Editor Frank Corr gives his views on the hospitality and tourism industries, shares anecdotes and gossip and welcomes your contributions.
Met any "connected families”, “footloose socialisers” “indulgent romantics” recently?
Can't say that I have- but Failte Ireland seems to come across them every day- so much so that they are specifically targeting these amorphous groups in a major marketing campaign.
According to the marketing boffins in Amiens Street, "Connected Families" put their heart into finding out everything a destination has to offer and like to have a carefully planned itinerary before they leave home. Their aim is to create shared memories with all of their family. That presumably is after they have returned home from Naas because they forgot to put out the cat and after they have threatened the kids with smashing their PLS if they don't stop fighting in the back of the car .
Footloose socialisers like getting away with their friends on short breaks as much as they can. They are value-conscious, independent travellers, who attend cultural and sporting events or engage in pursuits such as hillwalking during their short breaks. My guess is that they are also a group that likes to get pissed and get laid.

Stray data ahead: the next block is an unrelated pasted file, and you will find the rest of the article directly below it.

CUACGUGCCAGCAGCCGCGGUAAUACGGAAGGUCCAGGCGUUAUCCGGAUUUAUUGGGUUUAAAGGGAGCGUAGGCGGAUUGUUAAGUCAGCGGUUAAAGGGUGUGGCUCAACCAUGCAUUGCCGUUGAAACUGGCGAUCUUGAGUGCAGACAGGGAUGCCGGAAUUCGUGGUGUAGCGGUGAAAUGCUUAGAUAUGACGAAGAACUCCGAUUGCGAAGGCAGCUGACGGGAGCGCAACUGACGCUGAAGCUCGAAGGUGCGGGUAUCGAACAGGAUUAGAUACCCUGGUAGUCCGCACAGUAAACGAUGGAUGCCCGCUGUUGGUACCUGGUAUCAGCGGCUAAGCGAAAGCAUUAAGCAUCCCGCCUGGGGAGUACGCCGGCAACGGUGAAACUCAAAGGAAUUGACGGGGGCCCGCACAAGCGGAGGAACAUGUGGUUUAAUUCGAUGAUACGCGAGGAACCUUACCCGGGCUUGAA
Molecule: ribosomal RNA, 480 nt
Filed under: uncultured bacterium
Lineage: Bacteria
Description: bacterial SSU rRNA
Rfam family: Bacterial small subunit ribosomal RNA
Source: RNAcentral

Indulgent romantics – consider the hotel to the most important factor in their choice of destination. They prioritise finding the perfect, romantic hub for their couples getaway, somewhere they can soak up luxury, reward themselves and be well looked after – and tell everyone on TripAdvisor about it if they’re not.
That bit I can believe.
An overly-handsome waiter, a snoring girlfriend and the sea being too blue are among some of the complaints made to hotel staff, according to a recent survey.
Travel search engine Skyscanner quizzed 400 international hotel workers to draw up a list of the top ten unusual grumbles and diva-like demands.
Other complaints included sheets being too white, ice cream being too cold, the bath being too big and no steak on a vegetarian menu.
One customer asked for a discount after his sleep was disturbed by his snoring girlfriend, while another asked for a refund as his dog had had an unhappy stay.
Staff in a hotel in London's Mayfair were taken aback when a client bemoaned the lack of an ocean view. Equally eyebrow raising are some of the requests, including one for a dead mouse.
One guest asked for a bowl of crocodile soup, another for a bath of honey while one hungry punter demanded 15 cucumbers a day.
A group of cruise tourists spending a day in Dublin, took home some memorable pictures after they watched a swordsman breach security on the Dail plinth.
As I was emerging from the National Libraray I spotted the visitors snapping away busily outside the gates of Leinster House as a brawny young man was being 'escorted' by Gardai into a squad car.
A few minutes earlier he slipped into the Dail plinth when a gate opened to allow access to a truck. Brandishing a large sword, he waved it about theatrically, much to the delight of the visitors who also saw the intruder being rugby tackled by Gardai.
It sure beat the usual images of intense-looking politicians talking into media mikes.